Violence against women, the other pandemic impacting Honduras
08 December 2021
“I was housebound. My partner did not like me to go out, not even to church. If I did, I would get beaten up”, explained a survivor of gender-based violence—who spoke anonymously with us to protect her safety—during a visit of UN authorities to a safe house.
During the pandemic, violence cases against women increased significantly; the number of emergency calls rose to 282 per day.
Laws to support survivors
“Our message is that we shouldn’t leave women’s and feminist institutions that fight to eradicate violence against women alone [on their mission]”, said Ana Cruz of Asociación Calidad de Vida, an anti-violence organization. “It is urgent to pass the law on safe houses where women who manage to get away from violent situations are taken care of”.
The law on safe houses, which has been stalled in the National Congress since 2018, aims to recognize and fund safe houses to provide care for survivors of multiple forms of violence, ensuring their wellbeing and that of their families. Civil society continues to advocate for this law to be passed and the United Nations has joined in these efforts.
"My respect to the brave women survivors of domestic violence! My appreciation and congratulations to Ana Cruz and the fantastic work of safe houses! The law on safe houses needs to be passed!", expressed the UN Resident Coordinator in Honduras, Alice Shackelford, on Twitter.
Mobilizing the public for positive change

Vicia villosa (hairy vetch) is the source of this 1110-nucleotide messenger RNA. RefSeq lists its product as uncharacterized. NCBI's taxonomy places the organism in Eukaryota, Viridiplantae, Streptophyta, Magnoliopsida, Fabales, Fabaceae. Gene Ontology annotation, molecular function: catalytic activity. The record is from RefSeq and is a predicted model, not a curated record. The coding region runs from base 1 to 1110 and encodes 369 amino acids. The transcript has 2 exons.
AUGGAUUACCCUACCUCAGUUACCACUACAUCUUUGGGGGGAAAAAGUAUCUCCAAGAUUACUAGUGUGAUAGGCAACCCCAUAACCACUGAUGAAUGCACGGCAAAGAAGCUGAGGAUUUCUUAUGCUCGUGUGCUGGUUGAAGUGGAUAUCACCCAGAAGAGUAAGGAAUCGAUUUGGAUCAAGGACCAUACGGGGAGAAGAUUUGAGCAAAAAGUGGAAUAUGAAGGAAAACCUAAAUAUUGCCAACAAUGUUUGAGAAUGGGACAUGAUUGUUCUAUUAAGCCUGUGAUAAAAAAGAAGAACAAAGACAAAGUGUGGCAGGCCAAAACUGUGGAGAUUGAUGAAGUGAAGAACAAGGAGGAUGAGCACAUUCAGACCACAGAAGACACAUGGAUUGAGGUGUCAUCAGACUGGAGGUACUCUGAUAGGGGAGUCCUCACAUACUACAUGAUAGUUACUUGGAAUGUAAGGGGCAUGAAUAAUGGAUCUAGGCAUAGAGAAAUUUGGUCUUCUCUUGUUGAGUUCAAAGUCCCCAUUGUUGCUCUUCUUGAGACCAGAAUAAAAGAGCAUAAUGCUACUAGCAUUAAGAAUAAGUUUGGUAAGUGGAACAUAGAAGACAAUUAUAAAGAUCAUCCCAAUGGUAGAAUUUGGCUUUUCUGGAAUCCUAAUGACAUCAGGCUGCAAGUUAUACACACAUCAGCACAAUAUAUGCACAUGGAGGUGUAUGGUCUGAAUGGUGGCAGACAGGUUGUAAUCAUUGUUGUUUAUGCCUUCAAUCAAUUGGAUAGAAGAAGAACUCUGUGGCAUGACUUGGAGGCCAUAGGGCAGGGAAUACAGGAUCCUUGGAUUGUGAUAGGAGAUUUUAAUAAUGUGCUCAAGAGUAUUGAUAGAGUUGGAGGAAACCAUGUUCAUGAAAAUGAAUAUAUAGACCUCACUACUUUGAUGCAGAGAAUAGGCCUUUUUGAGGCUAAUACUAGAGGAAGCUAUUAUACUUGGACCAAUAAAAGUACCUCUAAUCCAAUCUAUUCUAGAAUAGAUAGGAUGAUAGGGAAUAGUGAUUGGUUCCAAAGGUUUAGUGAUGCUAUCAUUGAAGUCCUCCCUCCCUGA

Massay Crisantho is one of the 21 most influential people named ambassadors to help advocate on ending violence against women and girls by the United Nations in Honduras.
“Through this initiative I can be a spokesperson for women who experience this type of violence and I can use my platforms to inform and raise awareness about the issue in a male-dominated society where we normalize this type of situation”, said Massay Crisantho, who is and activist and advocate for the human rights and the culture of the Garifuna ethnic community.
It is not only women who must strengthen a social movement that contributes to breaking gender stereotype paradigms and cycles of sexism that lead to gender-based violence.
"I think it is important that young people, and particularly men, raise awareness about this type of violence," added Daniel Vijil, from the youth institution El Milenio. "Indeed, women are the affected ones, but as men, we have a greater opportunity to influence other men and make them reflect on how we impact our sisters, friends and colleagues with our behaviour”.
Education as a force for change
The United Nations Population Fund (UNFPA), through the Spotlight Initiative and in partnership with civil society organizations, launched the "The Other Pandemic" campaign in order to activate a social movement to address and prevent gender-based violence.